When I began this book, I was delighted to find it set in one of my very favorite parts of the country, the northern Maine coast. It’s the story of a sometimes tense and angry, sometimes close and loving family who gather for their traditional Fourth of July vacation at their summer home on the shore of an island overlooking a large bay and scattered smaller islands. The house is old and decaying, but the memories it holds makes its many problems easily overlooked.
The family members who gather include four siblings: Tom, the oldest, assumes the self-appointed position as always-correct leader and caretaker of the family, which brings occasional flares of frustration and anger from the others; second-oldest is Libby, the stabilizing influence in the family, who is however dealing with her own conflict, fearing that combining households with her lover, a beautiful woman who cares deeply for her, but whom she fears will eclipse her with her beauty and more-exciting life; Gwen is the loose cannon of the family, an artist who for years has frustrated her older siblings by refusing to take life too seriously. She fantasizes being a lobsterman’s wife and hooks up briefly with one, which extinguishes that dream quickly. Danny, at age 21, is 10 years younger than Gwen, and a recent college dropout. He has recently taken an extended solo trip through the West, trying to cope with his grief from the death of their mother. He’d had a much different, closer relationship with her then his brother and sisters, who remember her as a woman given to yelling, screaming fights with their father, one of which was highlighted by her systematic destruction of their wedding china.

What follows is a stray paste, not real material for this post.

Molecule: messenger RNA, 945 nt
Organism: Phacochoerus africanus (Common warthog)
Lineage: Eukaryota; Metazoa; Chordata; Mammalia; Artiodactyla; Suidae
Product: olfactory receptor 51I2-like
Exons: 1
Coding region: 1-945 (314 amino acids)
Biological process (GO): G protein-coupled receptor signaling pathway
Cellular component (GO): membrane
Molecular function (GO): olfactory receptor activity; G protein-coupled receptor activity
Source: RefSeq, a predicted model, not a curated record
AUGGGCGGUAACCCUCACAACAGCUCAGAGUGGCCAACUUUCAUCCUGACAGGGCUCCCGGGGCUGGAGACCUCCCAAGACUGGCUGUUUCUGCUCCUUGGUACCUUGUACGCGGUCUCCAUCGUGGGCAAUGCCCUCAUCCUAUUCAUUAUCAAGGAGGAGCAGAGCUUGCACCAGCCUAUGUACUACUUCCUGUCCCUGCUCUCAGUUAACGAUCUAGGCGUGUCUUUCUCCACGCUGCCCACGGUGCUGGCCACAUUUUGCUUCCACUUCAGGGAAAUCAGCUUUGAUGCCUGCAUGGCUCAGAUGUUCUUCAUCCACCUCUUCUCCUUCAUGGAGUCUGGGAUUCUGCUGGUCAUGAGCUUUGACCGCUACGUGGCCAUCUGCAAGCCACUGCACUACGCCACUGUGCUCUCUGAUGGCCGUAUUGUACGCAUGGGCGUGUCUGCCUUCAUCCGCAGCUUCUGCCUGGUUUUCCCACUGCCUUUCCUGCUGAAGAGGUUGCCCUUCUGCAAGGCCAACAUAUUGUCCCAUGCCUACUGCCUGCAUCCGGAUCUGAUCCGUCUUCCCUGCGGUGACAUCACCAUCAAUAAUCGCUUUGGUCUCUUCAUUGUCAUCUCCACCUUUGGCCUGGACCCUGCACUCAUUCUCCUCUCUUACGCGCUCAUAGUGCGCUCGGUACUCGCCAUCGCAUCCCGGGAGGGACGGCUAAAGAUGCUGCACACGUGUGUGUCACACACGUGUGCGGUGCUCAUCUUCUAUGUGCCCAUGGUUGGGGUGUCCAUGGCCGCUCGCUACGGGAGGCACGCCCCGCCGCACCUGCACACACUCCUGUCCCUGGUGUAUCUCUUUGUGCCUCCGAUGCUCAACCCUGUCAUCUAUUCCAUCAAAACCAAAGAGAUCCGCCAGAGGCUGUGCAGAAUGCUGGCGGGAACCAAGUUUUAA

Their father died three years ago, dropping on the porch of the summer house of a heart attack. Before he died, he’d been easy-going, content with a beer and a sunset on the same porch, but the older siblings could remember his enthusiastic part in the battles with their mother when they were children.
The book is arranged in chapters addressing each sibling in turn, over the several days of their vacation. In a nice touch, there are scattered chapters of “Another Summer,” allowing development of the family’s relationships through the years by means of flashbacks to important events in all their lives.
The primary conflict in the story comes when a visitor to the island makes an offer to buy the summer house and the land surrounding it for several million dollars. For Tom, this would be the answer to a number of money problems he can see in the future, and a way out from under the huge expense of restoring the house. The others have a much less pragmatic view and are set against selling it, with its many memories, for any price. The dynamics of Tom’s personality are laid out toward the end of the book, and the resolution the family comes to in the end is a bit of a surprise, but logical and satisfying.
This novel is well worth your time, especially if you also have affection for the Maine coast. The varied personalities of the family and their sometimes complicated relationships are well-developed and described, demonstrating the reality of many reared in a large family: that life isn’t always pleasant, but fortunately for most, the good things far outweigh the not so good.